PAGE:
Romania’s beautiful landscape features the Carpathian Mountains, the Danube Delta, and miles of coastline along the Black Sea. But one spot, just outside Sebeș, is interrupted by a jagged red anomaly. The city is guarded by the steep walls of the Râpa Roșie (Red Ravine), a geological reserve on the most southwesterly part of the Secaşelor Plateau.
Over the last 60 million years, water has carved deep into the gravel, sandstone, and quartz of the plateau’s sublayer, creating unusual natural spiked towers and pyramid shapes in the red clay.
The result is often compared to the Grand Canyon, though it’s not quite as massive; the ravine’s tallest peaks are about 300 feet. It is also ever-evolving: Heavy rains cause noticeable changes to the folds in the uniquely steep slopes.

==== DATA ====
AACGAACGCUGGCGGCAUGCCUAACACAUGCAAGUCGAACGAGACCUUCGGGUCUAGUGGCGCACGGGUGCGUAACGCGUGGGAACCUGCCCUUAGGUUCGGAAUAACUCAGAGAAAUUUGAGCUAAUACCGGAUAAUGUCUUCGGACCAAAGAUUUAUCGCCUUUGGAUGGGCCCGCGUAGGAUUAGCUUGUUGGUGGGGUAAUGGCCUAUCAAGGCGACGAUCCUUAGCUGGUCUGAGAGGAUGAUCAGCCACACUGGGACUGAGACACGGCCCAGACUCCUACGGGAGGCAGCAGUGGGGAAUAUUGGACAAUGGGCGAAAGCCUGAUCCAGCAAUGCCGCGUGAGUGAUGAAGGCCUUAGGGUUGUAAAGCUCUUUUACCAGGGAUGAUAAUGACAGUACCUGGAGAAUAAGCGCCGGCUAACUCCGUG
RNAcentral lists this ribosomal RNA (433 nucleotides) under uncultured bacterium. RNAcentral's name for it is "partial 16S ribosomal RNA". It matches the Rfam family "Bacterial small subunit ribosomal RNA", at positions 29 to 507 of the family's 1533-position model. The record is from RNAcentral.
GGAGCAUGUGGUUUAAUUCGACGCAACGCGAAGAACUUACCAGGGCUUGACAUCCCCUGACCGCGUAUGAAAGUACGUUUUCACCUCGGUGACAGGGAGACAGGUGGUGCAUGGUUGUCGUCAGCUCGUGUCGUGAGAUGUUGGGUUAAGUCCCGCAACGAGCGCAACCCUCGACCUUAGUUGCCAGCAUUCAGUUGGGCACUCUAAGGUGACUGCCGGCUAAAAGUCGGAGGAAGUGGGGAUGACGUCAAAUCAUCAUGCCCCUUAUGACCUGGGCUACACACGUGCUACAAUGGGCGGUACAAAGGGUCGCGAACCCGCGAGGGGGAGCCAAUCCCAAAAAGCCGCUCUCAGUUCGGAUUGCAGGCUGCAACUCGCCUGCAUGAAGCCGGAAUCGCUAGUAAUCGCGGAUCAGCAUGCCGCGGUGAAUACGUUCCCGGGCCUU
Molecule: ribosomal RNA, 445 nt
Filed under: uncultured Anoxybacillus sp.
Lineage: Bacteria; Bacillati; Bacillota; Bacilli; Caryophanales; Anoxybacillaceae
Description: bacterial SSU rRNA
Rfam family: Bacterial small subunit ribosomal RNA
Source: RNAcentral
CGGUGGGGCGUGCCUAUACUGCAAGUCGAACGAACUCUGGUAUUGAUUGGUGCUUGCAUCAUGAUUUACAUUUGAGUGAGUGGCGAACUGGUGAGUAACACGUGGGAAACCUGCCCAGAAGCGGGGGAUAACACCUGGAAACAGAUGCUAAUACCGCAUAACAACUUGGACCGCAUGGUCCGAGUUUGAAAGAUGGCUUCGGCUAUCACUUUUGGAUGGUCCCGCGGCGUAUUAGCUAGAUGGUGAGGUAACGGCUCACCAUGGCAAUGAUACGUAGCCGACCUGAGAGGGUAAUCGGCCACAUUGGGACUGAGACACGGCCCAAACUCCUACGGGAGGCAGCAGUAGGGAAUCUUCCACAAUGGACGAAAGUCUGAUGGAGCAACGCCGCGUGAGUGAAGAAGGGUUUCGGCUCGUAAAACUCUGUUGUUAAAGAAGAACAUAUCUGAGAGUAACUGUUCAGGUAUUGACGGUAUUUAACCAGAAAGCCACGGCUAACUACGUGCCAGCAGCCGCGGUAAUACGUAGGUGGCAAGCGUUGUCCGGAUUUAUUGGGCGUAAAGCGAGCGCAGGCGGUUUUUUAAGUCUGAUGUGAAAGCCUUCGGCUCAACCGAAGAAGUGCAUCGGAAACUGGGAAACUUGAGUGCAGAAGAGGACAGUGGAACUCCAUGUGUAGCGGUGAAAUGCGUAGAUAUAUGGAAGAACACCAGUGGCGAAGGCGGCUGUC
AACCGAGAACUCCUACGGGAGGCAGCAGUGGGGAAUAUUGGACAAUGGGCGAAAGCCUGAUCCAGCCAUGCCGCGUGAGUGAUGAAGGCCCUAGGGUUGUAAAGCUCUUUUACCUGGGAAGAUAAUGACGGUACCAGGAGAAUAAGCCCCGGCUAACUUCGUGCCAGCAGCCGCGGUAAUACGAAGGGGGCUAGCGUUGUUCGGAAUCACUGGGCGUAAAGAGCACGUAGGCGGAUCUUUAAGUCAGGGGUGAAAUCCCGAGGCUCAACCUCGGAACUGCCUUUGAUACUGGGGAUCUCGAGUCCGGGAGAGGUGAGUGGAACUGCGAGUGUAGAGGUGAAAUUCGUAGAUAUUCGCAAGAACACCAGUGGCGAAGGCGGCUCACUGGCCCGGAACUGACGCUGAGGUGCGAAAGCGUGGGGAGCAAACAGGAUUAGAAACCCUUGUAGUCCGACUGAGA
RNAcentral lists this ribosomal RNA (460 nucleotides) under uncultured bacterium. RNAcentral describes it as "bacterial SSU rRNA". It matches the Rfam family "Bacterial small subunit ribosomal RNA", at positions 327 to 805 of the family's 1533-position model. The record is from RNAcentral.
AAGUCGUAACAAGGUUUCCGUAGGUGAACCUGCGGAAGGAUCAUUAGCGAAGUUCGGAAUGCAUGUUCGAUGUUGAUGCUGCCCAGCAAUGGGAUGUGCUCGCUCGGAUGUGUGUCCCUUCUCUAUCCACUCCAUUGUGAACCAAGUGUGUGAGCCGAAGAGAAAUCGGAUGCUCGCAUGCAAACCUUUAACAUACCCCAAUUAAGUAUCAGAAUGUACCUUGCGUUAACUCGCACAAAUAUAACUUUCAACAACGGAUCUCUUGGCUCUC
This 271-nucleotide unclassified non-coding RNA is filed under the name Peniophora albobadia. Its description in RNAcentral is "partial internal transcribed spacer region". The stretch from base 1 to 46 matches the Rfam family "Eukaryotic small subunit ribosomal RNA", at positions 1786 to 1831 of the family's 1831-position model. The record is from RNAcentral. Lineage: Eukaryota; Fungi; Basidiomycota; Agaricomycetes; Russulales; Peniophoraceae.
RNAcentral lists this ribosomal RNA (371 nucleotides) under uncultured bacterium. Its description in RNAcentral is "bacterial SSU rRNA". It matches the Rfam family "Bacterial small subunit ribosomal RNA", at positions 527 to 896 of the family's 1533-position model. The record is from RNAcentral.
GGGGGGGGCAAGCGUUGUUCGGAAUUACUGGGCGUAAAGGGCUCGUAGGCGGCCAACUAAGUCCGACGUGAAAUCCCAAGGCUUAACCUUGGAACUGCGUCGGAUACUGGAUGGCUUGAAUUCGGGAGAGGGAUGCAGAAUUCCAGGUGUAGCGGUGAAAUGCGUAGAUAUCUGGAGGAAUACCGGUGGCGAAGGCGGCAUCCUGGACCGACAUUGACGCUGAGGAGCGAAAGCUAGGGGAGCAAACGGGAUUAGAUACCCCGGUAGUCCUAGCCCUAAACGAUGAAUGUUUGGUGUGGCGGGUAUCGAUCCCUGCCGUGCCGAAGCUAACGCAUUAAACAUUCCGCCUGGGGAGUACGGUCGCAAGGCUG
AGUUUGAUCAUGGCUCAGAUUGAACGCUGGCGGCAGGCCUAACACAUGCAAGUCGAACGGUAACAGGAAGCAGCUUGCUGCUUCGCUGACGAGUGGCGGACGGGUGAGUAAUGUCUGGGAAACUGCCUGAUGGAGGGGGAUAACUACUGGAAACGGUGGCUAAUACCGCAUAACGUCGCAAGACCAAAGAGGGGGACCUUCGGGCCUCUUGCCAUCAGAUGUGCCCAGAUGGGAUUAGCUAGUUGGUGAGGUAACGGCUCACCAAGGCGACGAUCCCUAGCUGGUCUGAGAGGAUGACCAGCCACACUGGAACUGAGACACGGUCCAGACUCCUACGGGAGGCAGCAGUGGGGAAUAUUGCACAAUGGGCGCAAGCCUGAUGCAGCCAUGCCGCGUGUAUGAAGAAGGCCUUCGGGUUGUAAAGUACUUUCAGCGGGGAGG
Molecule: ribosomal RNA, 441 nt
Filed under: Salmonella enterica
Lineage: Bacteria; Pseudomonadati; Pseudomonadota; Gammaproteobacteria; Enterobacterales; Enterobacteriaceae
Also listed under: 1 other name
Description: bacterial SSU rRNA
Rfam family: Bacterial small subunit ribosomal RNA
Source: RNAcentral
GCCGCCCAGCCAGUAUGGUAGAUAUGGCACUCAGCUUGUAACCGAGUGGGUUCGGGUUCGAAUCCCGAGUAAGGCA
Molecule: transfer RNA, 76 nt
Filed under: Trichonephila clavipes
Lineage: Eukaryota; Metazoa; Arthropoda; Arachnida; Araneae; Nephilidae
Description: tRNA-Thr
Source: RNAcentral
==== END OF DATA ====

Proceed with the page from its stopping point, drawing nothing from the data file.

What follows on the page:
The Red Ravine remains relatively unknown, even to those who have lived nearby for years. There are however local tales of World War I soldiers passing through the ravine in order to get to Alba Iulia, where, at the end of the war, representatives declared the union of Transylvania and Romania.
In 1950, the area, which is home to many rare and endemic plants and some of the largest caves in the world, was declared a natural monument. Thanks to its obscurity, and consequential lack of visitors, the ravine remains in beautiful shape.